Links: September 4, 2018

News’s Future Formats Favor Fortunate Incumbents

As a somewhat accidental member of the industry, I spend a fair bit of time thinking about media.

It’s for this reason I was so happy to come upon a two-part series from Tristan Ferne of the BBC’s research and development group.

Part 1 of the “Beyond 800 words” series, published back in September 2017, opens with the following:

The 800-word article is still the dominant form of online news from most publishers. This largely seems to be a legacy from printed newspapers and to a lesser extent this is true for online news video online too, with much of it still produced in traditional made-for-TV formats albeit shorter.

And in Part 1 Ferne identifies and briefly discusses a number of new formats like listicles, live blogs, and structured news.

Part 2, published last week, covers recent research work at the BBC around how Gen Z (18-26 year olds) wants to consume the news. The article discusses some of their methodology and research findings, and it presents examples of prototype news formats and interaction models that appealed to Gen Z audiences.

The thing about those formats – which include scrollable video, swipe to view reactions/polls, a section-by-section “choose your own format” model, and others – is that they are really nice, but also incredibly resource-intensive to produce at scale. For that modular format one, imagine having to:

  • Write a long version of the article
  • Write a short version of the article
  • Break each version into modular sections
  • Produce video for each section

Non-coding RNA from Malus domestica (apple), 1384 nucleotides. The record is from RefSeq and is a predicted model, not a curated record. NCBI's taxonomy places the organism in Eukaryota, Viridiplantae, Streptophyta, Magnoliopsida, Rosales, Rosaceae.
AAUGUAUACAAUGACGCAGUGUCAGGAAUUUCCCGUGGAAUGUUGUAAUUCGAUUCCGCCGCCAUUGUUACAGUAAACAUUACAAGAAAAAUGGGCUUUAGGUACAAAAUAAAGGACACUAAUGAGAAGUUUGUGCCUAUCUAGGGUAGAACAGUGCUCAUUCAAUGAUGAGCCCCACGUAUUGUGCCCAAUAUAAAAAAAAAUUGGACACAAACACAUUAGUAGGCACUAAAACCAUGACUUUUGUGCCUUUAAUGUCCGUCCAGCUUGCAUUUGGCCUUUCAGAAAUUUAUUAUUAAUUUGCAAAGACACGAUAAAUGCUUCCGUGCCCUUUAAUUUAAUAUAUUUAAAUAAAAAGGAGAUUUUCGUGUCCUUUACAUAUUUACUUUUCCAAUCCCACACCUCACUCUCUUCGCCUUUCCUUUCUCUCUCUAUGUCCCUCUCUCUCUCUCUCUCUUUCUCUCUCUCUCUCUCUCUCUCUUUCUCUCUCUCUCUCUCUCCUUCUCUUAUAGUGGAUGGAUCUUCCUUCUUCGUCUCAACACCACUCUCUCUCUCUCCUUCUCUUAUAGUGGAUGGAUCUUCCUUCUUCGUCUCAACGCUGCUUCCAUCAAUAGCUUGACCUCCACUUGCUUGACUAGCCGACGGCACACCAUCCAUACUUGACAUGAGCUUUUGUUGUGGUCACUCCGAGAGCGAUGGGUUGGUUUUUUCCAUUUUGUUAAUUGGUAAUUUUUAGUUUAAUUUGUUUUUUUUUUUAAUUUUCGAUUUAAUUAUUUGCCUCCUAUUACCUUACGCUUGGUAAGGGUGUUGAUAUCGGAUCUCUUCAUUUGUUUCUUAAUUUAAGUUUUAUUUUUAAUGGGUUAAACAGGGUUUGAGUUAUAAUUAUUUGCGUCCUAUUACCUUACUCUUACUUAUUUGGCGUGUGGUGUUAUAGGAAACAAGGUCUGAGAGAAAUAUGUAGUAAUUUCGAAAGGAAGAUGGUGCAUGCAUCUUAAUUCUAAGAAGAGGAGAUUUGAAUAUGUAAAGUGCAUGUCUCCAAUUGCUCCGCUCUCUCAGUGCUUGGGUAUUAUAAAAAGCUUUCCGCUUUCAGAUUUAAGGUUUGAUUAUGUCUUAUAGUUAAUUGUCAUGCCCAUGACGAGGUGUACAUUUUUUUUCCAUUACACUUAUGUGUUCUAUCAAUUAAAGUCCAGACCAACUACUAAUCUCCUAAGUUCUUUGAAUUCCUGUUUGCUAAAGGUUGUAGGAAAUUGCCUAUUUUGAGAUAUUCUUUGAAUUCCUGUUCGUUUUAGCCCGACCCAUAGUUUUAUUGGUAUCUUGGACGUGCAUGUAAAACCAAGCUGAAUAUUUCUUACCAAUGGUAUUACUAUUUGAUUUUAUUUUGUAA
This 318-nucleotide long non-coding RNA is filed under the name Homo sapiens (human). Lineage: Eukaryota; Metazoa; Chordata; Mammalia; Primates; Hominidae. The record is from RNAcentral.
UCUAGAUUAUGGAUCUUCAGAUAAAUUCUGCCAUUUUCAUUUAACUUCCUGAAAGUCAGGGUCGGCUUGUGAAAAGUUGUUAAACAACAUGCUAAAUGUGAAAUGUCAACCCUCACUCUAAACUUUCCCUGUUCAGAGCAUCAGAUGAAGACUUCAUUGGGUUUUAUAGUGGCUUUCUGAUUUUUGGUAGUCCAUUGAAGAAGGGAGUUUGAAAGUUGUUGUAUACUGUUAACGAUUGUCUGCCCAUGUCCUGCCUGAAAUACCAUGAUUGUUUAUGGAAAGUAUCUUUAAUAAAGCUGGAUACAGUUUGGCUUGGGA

• Edit, view, and test the multiple formats to ensure they form a cohesive narrative
  • Ship the damned thing

That’s difficult for a small or medium-sized newsroom to do more than once a month. A dedicated team – bare minimum: a researcher, a writer, a video and sound editor, and an editor/production lead – could probably push something out once a week.

It’s all to say that if there’s a format race, it’s likely to be between bigger, well-resourced newsrooms. There’s definitely room for small newsrooms which are built around a novel format. Ferne references Circa as an example. But that’s a high stakes bet, because you’re wagering on both your ability to find and report on important and interesting stories and, moreover, that the fancy new format stays relevant among a fickle and increasingly fast-moving audience.

That’s going to be a tall order.

You can subscribe to my newsletter, the Rowley Report, at Rowley.Report.

Three Markdown Tools I’ve Known And Loved

There have been many programs that build upon Markdown’s principle of readability in pure-text formatting, and I wanted to share a couple of them here.

Since issue #2 of my newsletter, I’ve written almost everything in Markdown, the text-to-HTML conversion software originally written by John Gruber, the Daring Fireball himself.

It’s shockingly easy to use when you get the hang of its syntax. Fortunately, there are a number of “cheat sheets” available to help you get started if you’re not familiar with it. I personally prefer writing in Markdown (specifically MultiMarkdown) on a plaintext editor to writing in a WYSIWYG environment these days because it’s a little closer to the metal and gives me a lot of options for how I want to share my work.

Since the original release of Markdown, a lot of developers have built Markdown editors into their software to excellent effect. Since Markdown was originally built by and for writers, it’s no surprise that it’s used as the markup language of choice for Github pages, blog posts on Ghost and other blogging platforms, and other places where text is written and published on the web.

What I find most interesting about Markdown is the design philosophy. First and foremost, as Gruber says in the original spec:

“The overriding design goal for Markdown’s formatting syntax is to make it as readable as possible. The idea is that a Markdown-formatted document should be publishable as-is, as plain text, without looking like it’s been marked up with tags or formatting instructions.”